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Asleep In The Deep - The Music Of Thurl Ravenscroft

Updated on January 9, 2014

My father has a deep, deep voice. One of my favorite things about going to church when I was young, was hearing my father's voice singing hymns. My younger sister and I would sometimes sing a little quieter so we could hear his low rich tones, we would look at each other and smile. Freud said, "At bottom God is nothing more than an exalted father." In my mind, when I would picture the voice of God, his voice was identical to my father's.

This joy is recalled by me when I hear the even deeper (and more Godlike?) voice of Thurl Ravenscroft. I am sure many of you would recognize this voice as the voice of Tony the Tiger. Of course this is still when Tony the Tiger was cool looking and not the big steroid-infused feline he is now. It is also when Kellogg's was OK with calling them SUGAR Frosted Flakes! Few people know that not only did Thurl provide the voice of Tony the Tiger, he also invented Tony's signature line, "They're Grrrrreat!"

For those who need to listen to "Mr. Grinch" right now, here it is...

For those of you who think you only know Mr. Ravenscroft from this, think harder...

He is also the singer of one of the greatest insult songs of all time, "You're A Mean One Mr. Grinch," from the 1996 TV special "How The Grinch Stole Christmas!" This television special, which has since become a perennial Christmas favorite, was animated by Chuck Jones and written by Dr. Seuss. It did not credit Thurl Ravenscroft in the credits, so often this song is misattributed to Boris Karloff who narrated and provided the voice of The Grinch.

"This Old House" - Thurl backs Rosemary Clooney

Who was this man Thurl Ravenscroft? He was born in 1914. He was a member of the singing group The Mellomen. The Mellomen sang backup for many big band stars including Bing Crosby and Rosemary Clooney. He also performed with many other groups including The Sportsmen and Big John and the Buzzards. He also had an extensive solo career. He recorded quite a range of genres in music. As previously mentioned, some of his records were big band, some were pop, including 1955's "Mad, Baby, Mad," and in 1970 he released an album of hymns called "Great Hymns in Story and Song."

"You Wanna Talk About Texas" - Warning - This WILL Get Stuck In Your Head

His work on voices in movies, theme parks and records for Disney alone is amazing. He performed voices for many Disney movies. Often these were singing roles, like as the singing hog in the "Jolly Holiday" song from "Mary Poppins" or in the "Heffalumps and Woozles" song from "The Many Adventures Of Winnie The Pooh." Among his speaking roles in Disney films, he played the voice of Kirby in "The Brave Little Toaster and it's sequels. In the Disney theme parks, Thurl is everywhere. He is the voice of Buff, the buffalo head on the wall in Country Bear Jamboree. He sings and performs singing roles in The Pirates of the Caribbean. He performs voices in the Enchanted Tiki Room. In the Haunted Mansion not only do you get to hear the amazing voice of Thurl in the song "Grim Grinning Ghosts," but you can see his face as one of the singing busts in the graveyard. He appears on many Disney records of theme park attractions and other Disney records.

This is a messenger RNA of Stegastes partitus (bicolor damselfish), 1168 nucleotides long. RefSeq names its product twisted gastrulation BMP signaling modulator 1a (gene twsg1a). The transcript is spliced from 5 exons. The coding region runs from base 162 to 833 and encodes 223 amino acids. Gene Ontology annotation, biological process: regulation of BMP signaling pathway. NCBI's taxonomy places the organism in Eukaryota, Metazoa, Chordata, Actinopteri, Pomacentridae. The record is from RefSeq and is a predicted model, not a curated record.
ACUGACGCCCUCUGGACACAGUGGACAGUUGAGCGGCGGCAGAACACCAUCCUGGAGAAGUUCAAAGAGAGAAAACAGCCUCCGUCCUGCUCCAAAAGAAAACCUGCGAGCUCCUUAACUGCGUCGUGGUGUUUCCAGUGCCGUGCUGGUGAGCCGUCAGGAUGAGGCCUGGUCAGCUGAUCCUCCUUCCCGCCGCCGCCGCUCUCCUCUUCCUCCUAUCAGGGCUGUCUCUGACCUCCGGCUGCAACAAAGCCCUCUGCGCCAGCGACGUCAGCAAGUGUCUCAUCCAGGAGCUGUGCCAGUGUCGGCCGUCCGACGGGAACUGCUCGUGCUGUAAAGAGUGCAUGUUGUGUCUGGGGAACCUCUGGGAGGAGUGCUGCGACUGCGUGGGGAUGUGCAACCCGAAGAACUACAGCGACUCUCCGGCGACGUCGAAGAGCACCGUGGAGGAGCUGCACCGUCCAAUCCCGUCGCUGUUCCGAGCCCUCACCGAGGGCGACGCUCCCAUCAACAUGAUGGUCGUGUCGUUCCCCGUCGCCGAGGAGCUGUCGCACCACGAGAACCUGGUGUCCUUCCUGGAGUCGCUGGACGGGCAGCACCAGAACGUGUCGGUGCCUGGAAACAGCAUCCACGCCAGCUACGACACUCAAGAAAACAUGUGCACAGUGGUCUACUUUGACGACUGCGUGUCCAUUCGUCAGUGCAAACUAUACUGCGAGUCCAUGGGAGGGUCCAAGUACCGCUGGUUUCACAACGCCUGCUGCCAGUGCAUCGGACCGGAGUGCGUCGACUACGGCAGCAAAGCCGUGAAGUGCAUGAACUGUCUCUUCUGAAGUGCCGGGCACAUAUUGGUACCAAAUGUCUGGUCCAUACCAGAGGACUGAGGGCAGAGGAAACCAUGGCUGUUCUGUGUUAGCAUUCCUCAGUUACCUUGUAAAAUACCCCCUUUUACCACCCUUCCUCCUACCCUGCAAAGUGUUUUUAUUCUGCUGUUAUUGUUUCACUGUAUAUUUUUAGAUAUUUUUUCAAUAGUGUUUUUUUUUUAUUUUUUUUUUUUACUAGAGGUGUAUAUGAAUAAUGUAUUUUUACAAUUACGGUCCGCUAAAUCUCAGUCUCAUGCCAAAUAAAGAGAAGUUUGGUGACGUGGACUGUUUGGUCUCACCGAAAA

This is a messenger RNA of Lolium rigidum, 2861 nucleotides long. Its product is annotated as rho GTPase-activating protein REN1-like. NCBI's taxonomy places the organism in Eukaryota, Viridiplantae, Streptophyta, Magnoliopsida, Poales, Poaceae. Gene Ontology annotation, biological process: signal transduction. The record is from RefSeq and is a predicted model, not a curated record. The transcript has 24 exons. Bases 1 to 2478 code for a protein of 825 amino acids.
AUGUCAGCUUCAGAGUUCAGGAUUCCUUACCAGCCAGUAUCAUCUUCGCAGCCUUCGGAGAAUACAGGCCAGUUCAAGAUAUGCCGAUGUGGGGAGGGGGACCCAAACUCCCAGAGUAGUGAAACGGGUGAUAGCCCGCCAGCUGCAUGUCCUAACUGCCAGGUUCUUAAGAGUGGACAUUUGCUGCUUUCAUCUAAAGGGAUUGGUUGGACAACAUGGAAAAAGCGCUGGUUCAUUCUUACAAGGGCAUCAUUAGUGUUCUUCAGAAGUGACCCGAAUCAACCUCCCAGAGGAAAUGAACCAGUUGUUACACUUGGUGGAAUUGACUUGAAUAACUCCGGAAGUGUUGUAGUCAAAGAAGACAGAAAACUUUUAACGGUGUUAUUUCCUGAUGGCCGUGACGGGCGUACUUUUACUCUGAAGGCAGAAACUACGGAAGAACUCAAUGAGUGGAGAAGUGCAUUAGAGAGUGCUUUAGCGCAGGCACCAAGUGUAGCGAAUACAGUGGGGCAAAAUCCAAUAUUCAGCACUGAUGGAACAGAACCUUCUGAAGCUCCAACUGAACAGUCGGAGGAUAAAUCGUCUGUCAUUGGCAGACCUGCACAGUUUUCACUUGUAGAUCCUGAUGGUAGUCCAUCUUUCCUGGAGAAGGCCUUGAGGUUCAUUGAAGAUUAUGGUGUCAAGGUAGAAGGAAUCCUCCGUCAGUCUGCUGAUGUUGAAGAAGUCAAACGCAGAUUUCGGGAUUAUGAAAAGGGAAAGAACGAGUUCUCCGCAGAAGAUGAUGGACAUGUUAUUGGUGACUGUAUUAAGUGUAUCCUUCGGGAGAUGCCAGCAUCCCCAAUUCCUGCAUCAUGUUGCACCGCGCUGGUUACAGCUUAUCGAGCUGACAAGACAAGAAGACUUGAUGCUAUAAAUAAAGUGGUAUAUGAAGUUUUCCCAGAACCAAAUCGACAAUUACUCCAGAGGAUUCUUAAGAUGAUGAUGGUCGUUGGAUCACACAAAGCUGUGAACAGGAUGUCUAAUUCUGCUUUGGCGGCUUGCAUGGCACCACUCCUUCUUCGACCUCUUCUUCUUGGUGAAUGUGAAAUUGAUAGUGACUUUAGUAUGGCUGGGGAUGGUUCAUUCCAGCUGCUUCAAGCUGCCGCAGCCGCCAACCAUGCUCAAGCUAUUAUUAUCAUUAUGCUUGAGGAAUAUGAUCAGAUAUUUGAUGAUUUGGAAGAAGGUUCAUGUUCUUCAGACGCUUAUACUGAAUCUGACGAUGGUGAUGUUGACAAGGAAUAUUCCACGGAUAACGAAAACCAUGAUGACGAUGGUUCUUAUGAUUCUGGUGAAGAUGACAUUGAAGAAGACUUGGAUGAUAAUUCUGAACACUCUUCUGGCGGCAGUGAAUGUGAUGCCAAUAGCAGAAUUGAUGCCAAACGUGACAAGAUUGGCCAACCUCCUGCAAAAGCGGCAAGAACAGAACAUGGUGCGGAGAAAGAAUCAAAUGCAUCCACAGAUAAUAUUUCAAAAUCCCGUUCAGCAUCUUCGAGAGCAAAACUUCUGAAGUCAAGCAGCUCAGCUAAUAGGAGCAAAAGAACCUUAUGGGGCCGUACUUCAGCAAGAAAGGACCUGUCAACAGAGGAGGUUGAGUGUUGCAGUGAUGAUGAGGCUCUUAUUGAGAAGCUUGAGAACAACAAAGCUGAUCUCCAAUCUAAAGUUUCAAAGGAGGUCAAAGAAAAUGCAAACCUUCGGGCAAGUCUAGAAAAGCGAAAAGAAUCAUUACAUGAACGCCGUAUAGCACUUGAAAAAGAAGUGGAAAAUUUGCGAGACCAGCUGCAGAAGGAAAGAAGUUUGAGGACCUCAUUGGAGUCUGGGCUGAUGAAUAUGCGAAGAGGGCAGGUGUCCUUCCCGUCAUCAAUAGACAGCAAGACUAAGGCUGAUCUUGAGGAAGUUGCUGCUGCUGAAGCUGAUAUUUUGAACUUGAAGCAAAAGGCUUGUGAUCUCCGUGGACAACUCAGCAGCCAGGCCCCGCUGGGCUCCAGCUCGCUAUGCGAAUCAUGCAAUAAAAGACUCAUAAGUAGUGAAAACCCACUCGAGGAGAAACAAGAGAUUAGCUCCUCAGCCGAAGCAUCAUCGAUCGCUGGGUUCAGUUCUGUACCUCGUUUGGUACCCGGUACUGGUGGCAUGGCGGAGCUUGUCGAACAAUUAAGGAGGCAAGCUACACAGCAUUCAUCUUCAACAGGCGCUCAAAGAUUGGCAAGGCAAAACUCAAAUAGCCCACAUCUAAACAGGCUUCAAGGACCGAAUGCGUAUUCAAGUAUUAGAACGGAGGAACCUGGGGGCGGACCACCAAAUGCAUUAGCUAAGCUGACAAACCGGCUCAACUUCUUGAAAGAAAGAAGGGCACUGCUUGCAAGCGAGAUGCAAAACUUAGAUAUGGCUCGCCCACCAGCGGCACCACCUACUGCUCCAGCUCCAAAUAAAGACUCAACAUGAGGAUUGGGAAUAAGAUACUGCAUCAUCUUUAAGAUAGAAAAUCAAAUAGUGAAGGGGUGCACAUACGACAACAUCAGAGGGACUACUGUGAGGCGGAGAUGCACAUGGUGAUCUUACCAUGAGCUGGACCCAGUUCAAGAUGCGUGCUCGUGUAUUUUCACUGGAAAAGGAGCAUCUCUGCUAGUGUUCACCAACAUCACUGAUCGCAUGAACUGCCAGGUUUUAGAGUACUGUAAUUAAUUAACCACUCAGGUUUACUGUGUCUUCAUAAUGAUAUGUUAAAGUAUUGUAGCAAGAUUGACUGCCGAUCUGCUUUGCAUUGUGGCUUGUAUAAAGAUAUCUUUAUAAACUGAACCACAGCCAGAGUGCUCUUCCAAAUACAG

"Grim Grinning Ghosts" From The Haunted Mansion (Sorry there may be an ad before the video)

It seems a shame that a man that has done so much, can still be so relatively unknown by the general public. Once you are familiar with his voice, you will start to recognize it in more and more places. I was surprised the other day while showing "Snoopy Come Home" to my daughter. This was a movie I loved as a child. Suddenly we hear Thurl's rich golden voice singing "No Dogs Allowed."

Mr. Ravenscroft died of prostate cancer in May of 2005. He was preceded in death by his wife June, who he married in 1946 and died in 1999. He had two children. He had frequently appeared as a soloist on Rev. Robert Shuller's TV show "The Hour Of Power" from the Crystal Cathedral in Garden Grove, California. He was buried in the Crystal Cathedral's memorial gardens.

I'll leave you with one more video... actually just the audio for "Asleep In The Deep," it has an example of Thurl at his lowest and deepest.

Now while you pick up your jaw off of the floor after hearing from that last note, I will recommend you find out more about this man and his music. There is a lot more to discover. Thurl is unique. You would think that a voice that low would sound menacing, instead it is oddly comforting. I wouldn't consider his voice the voice of an angel, it is better. It is more like the voice of God singing in the shower.

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